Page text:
Signs of deflation continue to mount in numerous areas. Let’s take a look at some headlines starting with a consumer spending survey: Consumer Spending to Drop Again

U.S. consumer spending will falter after a first-quarter spurt and recover only gradually toward the end of the year, a monthly Bloomberg News survey showed.

Purchases will drop at a 0.5 percent pace from April to June and grow at an average 0.9 percent rate the next six months, according to the median of 51 projections in a survey taken from March 30 to April 8. The estimated 0.5 percent first-quarter gain would break the longest slide since 1991.

Soaring unemployment and tattered household finances are forcing Americans to pay off debt and save more, preventing the economy from gaining traction. What’s shaping up to be the worst global recession in the postwar era means companies are also cutting back and foreigners are buying fewer U.S.-made goods.

“We are going to have an economic recovery, but it won’t feel like one most of us are used to,” said John Silvia, chief economist at Wachovia Corp. in Charlotte, North Carolina.

Recovery by the end of the year is wishful thinking.

Hong Kong Auctions Sales Fall By 50%

Sotheby’s Hong Kong Auction Total Drops by Half as Buyers Stall

Sotheby’s sold HK$691 million ($89 million) of antiques, paintings and gems in its five-day Hong Kong sale, less than half of last year’s figure, as collectors delayed purchases because of financial uncertainty.

The decline came as art dealers looked for signs of stability after declines in sale totals in New York and London. Asia auctions had been growing for a decade as Hong Kong became an arts center. This time, Sotheby’s offered fewer expensive lots, which are less attractive in an economic slowdown, and replaced them with wine lots, which are cheaper.

“Buyers are looking for value,” said Tian Kai, a Beijing-based art dealer who flew in to attend the auction. “Governments are printing so much money now. Fine artworks might be a better way to store value than currency.”

Anyone who proposes that art is a store of value in this environment is either a fool or talking their book.

Oversaturated Restaurant Chains

The New York Times is reporting Empty Tables Threaten Some Restaurant Chains.

During a decade of easy credit and loose spending, American businesses built too many cars, houses, stores and factories. It turns out the country built too many restaurants, too.

Now consumers are cutting back, and dining out is among the casualties. Finer restaurant chains have been hit hard, and so have the casual sit-down places that flooded suburban shopping centers and tourist districts across the country, aimed straight at middle American tastes.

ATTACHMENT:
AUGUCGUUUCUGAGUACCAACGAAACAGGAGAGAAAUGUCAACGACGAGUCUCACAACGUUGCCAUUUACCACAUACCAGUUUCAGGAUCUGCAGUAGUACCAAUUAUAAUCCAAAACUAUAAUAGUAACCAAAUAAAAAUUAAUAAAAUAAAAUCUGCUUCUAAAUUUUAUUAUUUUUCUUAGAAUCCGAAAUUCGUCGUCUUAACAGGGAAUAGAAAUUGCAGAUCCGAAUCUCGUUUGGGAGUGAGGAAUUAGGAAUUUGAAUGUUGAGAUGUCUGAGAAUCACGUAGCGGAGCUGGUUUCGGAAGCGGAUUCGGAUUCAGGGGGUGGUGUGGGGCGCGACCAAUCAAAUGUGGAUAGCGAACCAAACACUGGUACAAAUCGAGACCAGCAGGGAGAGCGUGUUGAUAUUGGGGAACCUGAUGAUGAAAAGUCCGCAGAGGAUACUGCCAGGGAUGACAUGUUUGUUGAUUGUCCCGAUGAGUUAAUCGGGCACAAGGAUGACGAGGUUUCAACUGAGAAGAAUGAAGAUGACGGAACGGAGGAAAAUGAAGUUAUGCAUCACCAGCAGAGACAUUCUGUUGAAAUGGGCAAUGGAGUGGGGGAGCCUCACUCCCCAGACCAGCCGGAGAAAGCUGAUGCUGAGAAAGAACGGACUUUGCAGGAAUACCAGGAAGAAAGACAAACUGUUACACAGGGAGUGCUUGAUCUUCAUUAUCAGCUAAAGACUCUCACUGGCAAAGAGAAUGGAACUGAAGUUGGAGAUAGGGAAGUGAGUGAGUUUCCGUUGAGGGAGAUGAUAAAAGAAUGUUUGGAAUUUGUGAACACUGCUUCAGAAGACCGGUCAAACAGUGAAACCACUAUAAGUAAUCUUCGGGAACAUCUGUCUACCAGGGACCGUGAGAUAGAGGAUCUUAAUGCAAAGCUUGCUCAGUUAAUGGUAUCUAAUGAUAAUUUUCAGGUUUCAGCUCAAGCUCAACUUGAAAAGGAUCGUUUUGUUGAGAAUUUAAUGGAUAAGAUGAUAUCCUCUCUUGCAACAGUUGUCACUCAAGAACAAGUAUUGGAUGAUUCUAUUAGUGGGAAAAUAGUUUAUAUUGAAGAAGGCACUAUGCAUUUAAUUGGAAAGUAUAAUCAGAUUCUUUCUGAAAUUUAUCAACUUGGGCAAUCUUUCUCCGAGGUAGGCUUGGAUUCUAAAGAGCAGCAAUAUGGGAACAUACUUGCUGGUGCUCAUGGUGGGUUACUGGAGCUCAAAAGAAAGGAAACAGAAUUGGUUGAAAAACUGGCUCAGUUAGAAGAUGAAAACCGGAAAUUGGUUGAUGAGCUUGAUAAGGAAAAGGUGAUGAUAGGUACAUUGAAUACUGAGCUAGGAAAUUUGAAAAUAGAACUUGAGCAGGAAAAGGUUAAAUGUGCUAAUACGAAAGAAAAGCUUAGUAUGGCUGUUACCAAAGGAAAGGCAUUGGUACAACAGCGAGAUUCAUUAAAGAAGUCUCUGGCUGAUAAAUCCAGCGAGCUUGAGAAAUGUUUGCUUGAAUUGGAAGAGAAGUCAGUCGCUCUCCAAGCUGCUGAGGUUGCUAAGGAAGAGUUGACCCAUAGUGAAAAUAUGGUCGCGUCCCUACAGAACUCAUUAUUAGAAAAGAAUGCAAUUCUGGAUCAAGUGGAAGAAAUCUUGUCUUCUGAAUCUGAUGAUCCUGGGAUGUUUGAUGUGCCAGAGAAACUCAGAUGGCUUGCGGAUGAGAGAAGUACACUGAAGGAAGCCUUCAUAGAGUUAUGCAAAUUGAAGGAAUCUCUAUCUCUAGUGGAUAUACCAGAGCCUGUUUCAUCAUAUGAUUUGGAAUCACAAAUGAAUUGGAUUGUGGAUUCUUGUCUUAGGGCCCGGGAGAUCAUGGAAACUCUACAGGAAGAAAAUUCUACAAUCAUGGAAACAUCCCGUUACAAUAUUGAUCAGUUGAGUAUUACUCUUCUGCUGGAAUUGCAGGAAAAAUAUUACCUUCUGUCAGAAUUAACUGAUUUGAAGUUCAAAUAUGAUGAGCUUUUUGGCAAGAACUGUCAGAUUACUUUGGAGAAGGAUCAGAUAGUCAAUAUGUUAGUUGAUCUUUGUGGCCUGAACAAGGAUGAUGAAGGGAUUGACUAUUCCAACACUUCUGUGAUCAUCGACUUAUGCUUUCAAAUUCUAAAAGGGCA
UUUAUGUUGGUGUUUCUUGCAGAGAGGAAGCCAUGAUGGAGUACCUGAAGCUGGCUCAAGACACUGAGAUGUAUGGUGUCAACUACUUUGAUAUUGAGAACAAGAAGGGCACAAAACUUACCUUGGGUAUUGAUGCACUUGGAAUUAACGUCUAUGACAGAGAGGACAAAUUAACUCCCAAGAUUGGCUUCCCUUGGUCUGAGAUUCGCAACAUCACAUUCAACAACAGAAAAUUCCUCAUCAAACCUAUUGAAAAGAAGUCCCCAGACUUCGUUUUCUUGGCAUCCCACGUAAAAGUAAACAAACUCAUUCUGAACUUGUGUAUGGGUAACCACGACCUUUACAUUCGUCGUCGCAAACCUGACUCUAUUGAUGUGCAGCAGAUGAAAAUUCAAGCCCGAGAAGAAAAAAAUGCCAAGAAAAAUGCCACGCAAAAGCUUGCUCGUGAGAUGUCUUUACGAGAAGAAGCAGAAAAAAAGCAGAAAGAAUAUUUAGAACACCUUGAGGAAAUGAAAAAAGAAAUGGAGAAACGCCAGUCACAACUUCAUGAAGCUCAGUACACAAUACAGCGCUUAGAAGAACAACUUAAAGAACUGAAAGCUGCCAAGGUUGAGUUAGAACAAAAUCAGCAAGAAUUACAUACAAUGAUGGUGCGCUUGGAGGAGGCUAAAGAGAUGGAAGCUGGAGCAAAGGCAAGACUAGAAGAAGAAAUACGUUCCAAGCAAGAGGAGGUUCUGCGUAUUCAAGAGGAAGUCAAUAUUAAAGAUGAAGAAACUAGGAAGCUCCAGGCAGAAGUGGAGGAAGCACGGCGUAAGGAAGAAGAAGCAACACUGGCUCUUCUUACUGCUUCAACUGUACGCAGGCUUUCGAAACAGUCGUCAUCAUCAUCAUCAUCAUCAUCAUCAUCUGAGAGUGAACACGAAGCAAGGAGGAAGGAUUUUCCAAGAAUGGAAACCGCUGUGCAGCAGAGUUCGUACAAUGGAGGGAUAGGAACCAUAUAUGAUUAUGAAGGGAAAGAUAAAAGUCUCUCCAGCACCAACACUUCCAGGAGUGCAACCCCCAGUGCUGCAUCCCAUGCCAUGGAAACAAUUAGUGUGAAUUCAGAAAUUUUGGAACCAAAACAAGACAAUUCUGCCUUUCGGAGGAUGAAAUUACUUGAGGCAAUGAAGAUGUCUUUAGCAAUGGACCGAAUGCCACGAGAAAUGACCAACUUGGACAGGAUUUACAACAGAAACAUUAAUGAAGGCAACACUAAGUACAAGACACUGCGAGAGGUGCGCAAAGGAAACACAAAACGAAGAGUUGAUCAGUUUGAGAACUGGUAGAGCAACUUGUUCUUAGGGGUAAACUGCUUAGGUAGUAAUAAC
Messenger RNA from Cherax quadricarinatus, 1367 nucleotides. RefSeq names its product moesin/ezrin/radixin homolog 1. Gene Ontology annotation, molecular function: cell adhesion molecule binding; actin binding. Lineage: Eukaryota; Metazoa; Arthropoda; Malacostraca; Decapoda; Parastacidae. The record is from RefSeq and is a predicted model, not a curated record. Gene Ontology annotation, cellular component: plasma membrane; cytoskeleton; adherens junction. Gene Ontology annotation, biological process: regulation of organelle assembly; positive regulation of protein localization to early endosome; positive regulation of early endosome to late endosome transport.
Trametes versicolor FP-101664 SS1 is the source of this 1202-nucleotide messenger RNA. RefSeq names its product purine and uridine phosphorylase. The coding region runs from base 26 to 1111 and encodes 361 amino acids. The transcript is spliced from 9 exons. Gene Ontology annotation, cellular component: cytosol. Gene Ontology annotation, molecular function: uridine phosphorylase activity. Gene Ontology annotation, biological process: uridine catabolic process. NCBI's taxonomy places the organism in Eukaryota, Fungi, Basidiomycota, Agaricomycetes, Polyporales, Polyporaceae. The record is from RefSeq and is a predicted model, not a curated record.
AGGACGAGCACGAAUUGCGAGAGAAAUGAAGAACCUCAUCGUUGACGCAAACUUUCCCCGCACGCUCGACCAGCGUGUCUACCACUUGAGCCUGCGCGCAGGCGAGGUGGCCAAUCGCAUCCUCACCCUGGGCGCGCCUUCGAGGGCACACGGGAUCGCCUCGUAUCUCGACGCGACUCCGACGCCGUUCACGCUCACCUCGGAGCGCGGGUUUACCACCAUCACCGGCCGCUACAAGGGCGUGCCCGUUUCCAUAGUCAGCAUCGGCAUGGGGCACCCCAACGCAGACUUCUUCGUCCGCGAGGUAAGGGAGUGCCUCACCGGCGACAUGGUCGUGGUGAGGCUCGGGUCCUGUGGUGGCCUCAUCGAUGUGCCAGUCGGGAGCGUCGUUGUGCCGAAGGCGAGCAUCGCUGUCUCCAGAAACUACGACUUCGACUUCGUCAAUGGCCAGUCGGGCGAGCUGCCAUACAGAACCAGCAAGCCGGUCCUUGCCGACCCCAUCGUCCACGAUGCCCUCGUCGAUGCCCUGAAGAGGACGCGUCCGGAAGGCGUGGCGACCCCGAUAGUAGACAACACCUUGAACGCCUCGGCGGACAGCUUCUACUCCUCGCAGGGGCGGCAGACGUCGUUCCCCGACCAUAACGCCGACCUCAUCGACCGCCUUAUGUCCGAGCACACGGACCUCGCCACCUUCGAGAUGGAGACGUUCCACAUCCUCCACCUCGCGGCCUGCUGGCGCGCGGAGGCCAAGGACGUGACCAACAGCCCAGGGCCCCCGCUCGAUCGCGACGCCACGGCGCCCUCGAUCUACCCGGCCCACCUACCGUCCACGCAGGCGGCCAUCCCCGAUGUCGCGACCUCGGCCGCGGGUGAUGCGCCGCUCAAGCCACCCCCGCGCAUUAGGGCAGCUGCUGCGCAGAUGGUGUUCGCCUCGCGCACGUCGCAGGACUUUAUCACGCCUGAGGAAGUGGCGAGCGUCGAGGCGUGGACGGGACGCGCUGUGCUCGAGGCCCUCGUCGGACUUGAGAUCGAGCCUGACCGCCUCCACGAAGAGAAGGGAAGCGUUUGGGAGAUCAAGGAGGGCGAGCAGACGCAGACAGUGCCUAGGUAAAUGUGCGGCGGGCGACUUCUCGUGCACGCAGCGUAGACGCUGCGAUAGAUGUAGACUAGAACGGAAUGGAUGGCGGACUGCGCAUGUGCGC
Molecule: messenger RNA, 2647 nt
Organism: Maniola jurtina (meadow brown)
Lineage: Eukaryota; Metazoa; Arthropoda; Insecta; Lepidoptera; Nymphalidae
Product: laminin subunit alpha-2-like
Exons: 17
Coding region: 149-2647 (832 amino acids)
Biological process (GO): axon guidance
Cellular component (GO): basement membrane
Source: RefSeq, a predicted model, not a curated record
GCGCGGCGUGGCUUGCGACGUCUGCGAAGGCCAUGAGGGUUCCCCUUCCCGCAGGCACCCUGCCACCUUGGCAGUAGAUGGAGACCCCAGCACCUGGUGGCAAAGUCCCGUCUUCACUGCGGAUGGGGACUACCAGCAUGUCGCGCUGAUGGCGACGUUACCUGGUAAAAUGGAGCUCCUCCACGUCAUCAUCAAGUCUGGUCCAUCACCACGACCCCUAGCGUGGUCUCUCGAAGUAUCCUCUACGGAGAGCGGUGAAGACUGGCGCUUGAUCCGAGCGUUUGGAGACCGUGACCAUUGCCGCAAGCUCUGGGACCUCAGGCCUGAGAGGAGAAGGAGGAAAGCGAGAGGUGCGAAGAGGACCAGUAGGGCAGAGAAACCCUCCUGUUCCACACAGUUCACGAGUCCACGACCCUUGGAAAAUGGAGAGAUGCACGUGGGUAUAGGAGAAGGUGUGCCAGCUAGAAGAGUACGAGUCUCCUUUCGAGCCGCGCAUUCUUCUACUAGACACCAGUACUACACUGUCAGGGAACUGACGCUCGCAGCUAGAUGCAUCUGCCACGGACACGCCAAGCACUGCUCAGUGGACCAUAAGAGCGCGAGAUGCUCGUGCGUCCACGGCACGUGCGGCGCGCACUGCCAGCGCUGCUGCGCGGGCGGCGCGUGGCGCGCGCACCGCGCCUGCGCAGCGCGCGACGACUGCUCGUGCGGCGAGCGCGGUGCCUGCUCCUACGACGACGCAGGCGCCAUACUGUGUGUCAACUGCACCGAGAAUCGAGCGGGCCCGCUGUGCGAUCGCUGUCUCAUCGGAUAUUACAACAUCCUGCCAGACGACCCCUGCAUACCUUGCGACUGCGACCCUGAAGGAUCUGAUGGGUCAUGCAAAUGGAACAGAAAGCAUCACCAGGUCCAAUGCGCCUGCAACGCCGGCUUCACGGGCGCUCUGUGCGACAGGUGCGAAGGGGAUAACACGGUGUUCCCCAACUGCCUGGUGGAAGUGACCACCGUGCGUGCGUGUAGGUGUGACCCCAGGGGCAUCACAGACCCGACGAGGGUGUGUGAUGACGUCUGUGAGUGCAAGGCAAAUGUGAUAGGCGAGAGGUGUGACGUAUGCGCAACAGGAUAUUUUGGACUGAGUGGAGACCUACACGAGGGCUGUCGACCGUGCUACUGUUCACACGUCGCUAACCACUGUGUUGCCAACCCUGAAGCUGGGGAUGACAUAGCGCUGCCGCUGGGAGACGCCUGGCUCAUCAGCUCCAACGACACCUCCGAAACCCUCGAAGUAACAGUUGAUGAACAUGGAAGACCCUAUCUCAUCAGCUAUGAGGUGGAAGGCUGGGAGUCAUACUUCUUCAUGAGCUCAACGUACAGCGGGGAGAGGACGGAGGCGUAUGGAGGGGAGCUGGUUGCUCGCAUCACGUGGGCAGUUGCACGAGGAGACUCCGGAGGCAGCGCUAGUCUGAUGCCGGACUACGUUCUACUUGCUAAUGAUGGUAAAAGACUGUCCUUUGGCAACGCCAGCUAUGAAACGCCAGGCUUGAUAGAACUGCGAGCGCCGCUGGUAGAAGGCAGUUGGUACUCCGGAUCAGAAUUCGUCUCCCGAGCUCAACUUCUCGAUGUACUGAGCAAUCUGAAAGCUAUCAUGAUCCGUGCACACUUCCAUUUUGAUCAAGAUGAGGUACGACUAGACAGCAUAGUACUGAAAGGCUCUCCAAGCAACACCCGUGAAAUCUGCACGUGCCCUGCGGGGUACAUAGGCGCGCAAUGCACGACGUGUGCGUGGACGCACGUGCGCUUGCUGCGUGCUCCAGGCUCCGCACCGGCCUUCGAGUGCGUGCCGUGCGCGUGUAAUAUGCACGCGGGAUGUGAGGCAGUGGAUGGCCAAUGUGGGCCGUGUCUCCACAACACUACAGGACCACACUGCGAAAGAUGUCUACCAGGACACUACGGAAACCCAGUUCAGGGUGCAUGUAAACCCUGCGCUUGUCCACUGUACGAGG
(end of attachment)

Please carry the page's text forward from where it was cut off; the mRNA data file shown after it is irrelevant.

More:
A few chains have boarded up already. Many others are going into survival mode, trying to renegotiate their loans, cutting staff, offering bargains to customers and closing less profitable restaurants. Analysts predict thousands more restaurants could close in the next year or two.

Since 1990, the number of restaurants and bars has grown to 537,000 from 361,000, a 49 percent increase, according to the National Restaurant Association. Population in the United States grew 23 percent in that period.

Amid the seeming prosperity of a credit-fueled era, people got in the habit of eating more and more of their meals out. The association’s statistics show that 48 cents of every food dollar is now spent at restaurants, compared with 40.5 cents per dollar in 1985.

Bob Goldin, executive vice president at Technomic, a Chicago consultancy for the restaurant industry, predicted that more than 20,000 restaurants would close over the next three years.

“I think 20,000 is a minimum,” he said. “We probably need more than that. There are a lot of marginal players out there.”

The list of troubled restaurants from the article includes Outback Steakhouse, Krispy Kreme Doughnuts, Sbarro, Applebee’s, and Arby’s.

Tens of thousands of restaurants are in trouble if spending falls back to 2005 levels. I think restaurant spending falls to 2000 levels.

Unleasable Office Space

Financial fallout is affecting commercial lease rates in New York. Please consider Vacated Midtown Manhattan Offices May Not Be Leased.

Midtown Manhattan, the most expensive U.S. office market, had 10 million square feet of sublease space available at the end of March, 70 percent of which might not be leased, CB Richard Ellis Group Inc. said.

Space being relinquished by financial-services firms and other companies weathering the recession is coming up for sublease with short-term expiration dates that make the properties unattractive to new tenants, said John Powers, New York tri-state chairman for real estate broker CB Richard Ellis. About 7 million square feet of sublets are “effectively unleasable,” he said.